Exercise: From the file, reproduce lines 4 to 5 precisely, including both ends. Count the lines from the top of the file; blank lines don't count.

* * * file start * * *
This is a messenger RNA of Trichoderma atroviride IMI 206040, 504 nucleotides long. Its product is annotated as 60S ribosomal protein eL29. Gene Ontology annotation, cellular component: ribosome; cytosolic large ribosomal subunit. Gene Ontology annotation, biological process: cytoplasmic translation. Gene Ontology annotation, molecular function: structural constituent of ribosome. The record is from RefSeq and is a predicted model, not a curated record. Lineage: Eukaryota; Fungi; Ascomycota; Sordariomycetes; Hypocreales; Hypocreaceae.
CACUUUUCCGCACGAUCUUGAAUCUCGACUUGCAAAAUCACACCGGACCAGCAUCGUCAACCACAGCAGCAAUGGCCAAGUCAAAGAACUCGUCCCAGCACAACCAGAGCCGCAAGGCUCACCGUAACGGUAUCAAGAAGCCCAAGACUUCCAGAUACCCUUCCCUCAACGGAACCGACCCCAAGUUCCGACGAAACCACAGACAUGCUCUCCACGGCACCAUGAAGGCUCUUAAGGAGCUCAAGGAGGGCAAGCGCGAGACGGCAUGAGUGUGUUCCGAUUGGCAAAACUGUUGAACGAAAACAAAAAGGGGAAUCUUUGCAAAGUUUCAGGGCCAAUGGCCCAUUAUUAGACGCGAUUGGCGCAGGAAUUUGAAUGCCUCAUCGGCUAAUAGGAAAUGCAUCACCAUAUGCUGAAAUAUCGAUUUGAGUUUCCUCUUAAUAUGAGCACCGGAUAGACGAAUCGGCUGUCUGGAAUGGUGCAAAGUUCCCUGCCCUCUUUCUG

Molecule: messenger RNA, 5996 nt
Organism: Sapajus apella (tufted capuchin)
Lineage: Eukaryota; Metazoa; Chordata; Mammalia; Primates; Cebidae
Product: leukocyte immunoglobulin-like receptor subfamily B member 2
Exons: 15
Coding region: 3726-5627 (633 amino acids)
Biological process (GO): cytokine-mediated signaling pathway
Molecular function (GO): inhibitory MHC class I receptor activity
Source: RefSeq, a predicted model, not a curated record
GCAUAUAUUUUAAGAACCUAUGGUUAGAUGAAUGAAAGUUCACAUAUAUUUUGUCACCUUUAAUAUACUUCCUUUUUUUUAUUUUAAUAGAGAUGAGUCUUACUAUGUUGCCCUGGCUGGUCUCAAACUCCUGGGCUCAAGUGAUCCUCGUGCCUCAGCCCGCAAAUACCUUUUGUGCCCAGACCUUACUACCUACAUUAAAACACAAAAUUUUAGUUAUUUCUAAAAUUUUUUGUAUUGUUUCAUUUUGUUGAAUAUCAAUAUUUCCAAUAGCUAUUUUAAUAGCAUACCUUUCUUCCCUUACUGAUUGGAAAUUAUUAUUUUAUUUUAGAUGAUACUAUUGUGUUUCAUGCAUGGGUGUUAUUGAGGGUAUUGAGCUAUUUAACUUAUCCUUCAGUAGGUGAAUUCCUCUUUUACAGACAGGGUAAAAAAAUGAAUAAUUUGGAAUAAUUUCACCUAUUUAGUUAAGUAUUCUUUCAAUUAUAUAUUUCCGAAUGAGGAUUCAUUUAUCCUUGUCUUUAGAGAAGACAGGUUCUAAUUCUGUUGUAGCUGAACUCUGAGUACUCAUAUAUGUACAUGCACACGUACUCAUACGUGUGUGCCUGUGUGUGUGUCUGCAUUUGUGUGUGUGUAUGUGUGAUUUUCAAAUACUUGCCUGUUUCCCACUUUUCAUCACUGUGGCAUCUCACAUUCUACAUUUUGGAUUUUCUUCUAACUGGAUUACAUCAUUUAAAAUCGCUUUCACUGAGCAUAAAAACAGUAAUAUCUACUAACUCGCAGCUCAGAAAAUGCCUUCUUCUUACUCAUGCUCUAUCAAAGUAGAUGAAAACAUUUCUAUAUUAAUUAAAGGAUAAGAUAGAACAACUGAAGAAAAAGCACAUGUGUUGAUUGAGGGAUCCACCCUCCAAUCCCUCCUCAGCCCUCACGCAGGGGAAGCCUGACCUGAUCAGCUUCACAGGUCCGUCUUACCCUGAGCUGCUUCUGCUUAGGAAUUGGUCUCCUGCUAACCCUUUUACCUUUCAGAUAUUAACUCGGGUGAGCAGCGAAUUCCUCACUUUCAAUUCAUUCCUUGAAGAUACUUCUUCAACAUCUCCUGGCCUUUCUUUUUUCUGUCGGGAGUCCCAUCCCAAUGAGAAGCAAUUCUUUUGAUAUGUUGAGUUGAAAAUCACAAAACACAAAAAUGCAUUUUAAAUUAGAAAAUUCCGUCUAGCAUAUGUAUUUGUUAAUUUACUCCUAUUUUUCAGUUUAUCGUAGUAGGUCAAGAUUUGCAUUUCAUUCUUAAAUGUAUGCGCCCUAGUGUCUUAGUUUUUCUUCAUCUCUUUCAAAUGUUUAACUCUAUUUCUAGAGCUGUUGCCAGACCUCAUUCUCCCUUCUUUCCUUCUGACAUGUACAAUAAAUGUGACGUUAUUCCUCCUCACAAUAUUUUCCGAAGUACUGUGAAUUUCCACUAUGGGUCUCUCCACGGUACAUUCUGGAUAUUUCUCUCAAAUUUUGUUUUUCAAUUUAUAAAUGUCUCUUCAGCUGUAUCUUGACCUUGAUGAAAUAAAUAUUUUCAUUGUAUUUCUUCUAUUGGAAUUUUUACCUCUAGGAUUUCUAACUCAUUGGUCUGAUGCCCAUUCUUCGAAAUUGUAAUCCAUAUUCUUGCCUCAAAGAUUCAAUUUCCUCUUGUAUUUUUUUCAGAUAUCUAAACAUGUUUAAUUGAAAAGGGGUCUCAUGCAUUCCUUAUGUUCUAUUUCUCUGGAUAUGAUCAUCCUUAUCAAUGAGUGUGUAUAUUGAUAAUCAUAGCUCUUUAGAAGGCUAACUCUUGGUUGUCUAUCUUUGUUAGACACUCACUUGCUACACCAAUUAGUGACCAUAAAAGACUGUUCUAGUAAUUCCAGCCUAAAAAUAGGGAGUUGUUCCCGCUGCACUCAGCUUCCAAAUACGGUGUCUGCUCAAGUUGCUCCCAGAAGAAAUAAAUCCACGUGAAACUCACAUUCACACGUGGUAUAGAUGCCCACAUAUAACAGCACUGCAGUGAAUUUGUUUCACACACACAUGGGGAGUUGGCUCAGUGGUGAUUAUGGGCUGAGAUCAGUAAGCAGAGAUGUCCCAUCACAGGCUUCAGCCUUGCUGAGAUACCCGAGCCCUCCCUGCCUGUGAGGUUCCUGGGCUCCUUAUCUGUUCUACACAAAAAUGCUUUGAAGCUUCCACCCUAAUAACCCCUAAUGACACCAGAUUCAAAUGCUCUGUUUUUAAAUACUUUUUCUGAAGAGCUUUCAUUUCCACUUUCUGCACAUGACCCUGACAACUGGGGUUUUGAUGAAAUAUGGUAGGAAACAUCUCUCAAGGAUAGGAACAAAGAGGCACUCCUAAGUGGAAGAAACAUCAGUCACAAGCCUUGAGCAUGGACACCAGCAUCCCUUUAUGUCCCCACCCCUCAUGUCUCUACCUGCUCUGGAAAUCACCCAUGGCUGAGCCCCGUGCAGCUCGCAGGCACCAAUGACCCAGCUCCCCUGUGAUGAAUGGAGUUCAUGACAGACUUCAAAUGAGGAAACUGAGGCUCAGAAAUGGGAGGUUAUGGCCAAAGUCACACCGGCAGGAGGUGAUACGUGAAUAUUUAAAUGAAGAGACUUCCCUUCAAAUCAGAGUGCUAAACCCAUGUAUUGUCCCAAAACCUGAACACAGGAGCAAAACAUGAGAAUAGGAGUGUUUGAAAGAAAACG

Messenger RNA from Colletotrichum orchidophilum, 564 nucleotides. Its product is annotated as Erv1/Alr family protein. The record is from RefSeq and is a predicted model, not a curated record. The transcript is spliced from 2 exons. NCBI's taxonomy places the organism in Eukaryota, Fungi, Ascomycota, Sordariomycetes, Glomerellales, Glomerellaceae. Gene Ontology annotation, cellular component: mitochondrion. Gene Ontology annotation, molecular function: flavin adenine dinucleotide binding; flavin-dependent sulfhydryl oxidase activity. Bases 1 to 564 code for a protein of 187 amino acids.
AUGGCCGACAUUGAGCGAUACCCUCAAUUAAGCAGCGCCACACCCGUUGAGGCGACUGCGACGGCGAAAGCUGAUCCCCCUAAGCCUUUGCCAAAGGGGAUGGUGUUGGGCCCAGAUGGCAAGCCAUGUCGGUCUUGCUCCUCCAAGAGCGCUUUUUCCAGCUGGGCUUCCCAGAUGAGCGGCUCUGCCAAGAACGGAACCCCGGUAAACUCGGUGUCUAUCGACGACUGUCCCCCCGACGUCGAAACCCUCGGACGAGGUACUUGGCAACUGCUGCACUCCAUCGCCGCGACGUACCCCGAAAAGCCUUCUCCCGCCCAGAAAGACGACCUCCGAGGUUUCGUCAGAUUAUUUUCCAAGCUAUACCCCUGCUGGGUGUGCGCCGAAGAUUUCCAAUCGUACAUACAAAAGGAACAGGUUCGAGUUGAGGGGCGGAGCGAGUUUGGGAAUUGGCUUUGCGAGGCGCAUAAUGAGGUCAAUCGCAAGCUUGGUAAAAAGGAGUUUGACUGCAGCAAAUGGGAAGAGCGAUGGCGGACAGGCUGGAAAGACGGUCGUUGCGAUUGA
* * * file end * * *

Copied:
Organism: Sapajus apella (tufted capuchin)
Lineage: Eukaryota; Metazoa; Chordata; Mammalia; Primates; Cebidae